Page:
From 10:30 a.m. to 12:30 p.m. Saturday, Oct. 8, the public is invited to the fourth of six “mental hygiene” workshops to be conducted at Town Hall. This week’s facilitator is Kent Weishaus, licensed social worker. Weishaus’s program is titled “Feel Like You Need a Referee for the Committee in Your Head? Inner Conflicts and Critics are Normal and can be Harmonized with Good Tools! Find Peace in the Storm.”
The workshops, an offering from the Idyllwild Forest Health Project and its offshoot, Mountain Communities Mutual Aid, are a community building effort, focused on the idea of “mental hygiene.” Mental hygiene includes both the individual (self-awareness and self-care that allows us to maintain some equilibrium in difficult times) and the institutions of a community, seeking ways to foster interconnection and meaning.
Weishaus has had a private practice in Idyllwild since 2012. He has worked in mental hospitals, community clinics and schools, and served as an adjunct professor at California State University, Los Angeles for five years, teaching social work theory and practice classes to master’s degree students. Locally, he worked for two years at Idyllwild Arts Academy. Before Kent’s switch to a “helping-profession,” he had a 25-year career in television production, directing and otherwise working on programs including “Hard Copy” and “Dr. Phil.” His projects included being co-executive producer on a pilot that he created for ABC Family called “Arts High, Idyllwild.”
TC: “Your workshop description seems to suggest that the unitary theory of personality is a weak one?”
KW: “The idea of the unitary mind is, I think, greatly over-rated, as evidenced by all of us saying to ourselves, ‘One part of me wants to watch TV, another part wants to take a hike.’”
TC: “Being aware that this is the natural dynamic is helpful?”
KW: “Yes, exactly. From an evolutionary standpoint, we are a self-aware storytelling species, and our self-awareness allows us to have agency within ourselves to decide what we want to do. We can step back and say, ‘Look at these parts. I have a wise self that looks down and says I think I will go with the part that wants to take a hike.’”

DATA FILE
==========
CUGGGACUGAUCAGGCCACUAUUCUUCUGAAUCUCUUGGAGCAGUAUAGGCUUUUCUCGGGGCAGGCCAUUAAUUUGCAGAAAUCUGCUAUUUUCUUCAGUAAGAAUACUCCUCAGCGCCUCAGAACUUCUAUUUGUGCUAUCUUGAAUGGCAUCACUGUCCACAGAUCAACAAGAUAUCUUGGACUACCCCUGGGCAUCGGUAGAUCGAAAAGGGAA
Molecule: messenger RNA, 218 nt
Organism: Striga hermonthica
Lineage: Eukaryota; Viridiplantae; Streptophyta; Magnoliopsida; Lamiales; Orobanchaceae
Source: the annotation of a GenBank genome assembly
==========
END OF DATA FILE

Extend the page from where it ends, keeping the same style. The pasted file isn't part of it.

Several writers have written about this; there is a kind of core wisdom within us, if we are able to step back and see these parts as sub-personalities weighing in, we can integrate them. When we are in crisis mode, one part tends to “fuse” with us, the anxious part for example, making it difficult for the wise overseer to step in and see what we actually need, what ultimately will work best for us.
TC: “But these other parts are valuable; they have roles to play?”
KW: “Yes, they are all trying to protect us; anxiety, fear, depression, even delusional beliefs are simply trying to protect us.”
TC: “But they have their own dangers?”
KW: “They have unintended consequences; they are unable to see the many systems within which they are working.”
TC: “The goal is to integrate them?”
KW: “Yes. When we, as opposed to shutting them down or pushing them away, if we turn toward them, almost in a nurturing way, we get their permission to see how they are trying to protect us, and what from. To be able to use the self-aware quality to step back and embrace our different parts will help us integrate them, to move toward an outcome that is best for us.”
TC: “This checking in includes also the physical, somatic or body experience?”
KW: “Correct. When I talk about the many sub-personalities they manifest not just mentally but physically. We have these systems that come together; it’s important to listen to them but not necessarily have them fuse with us.”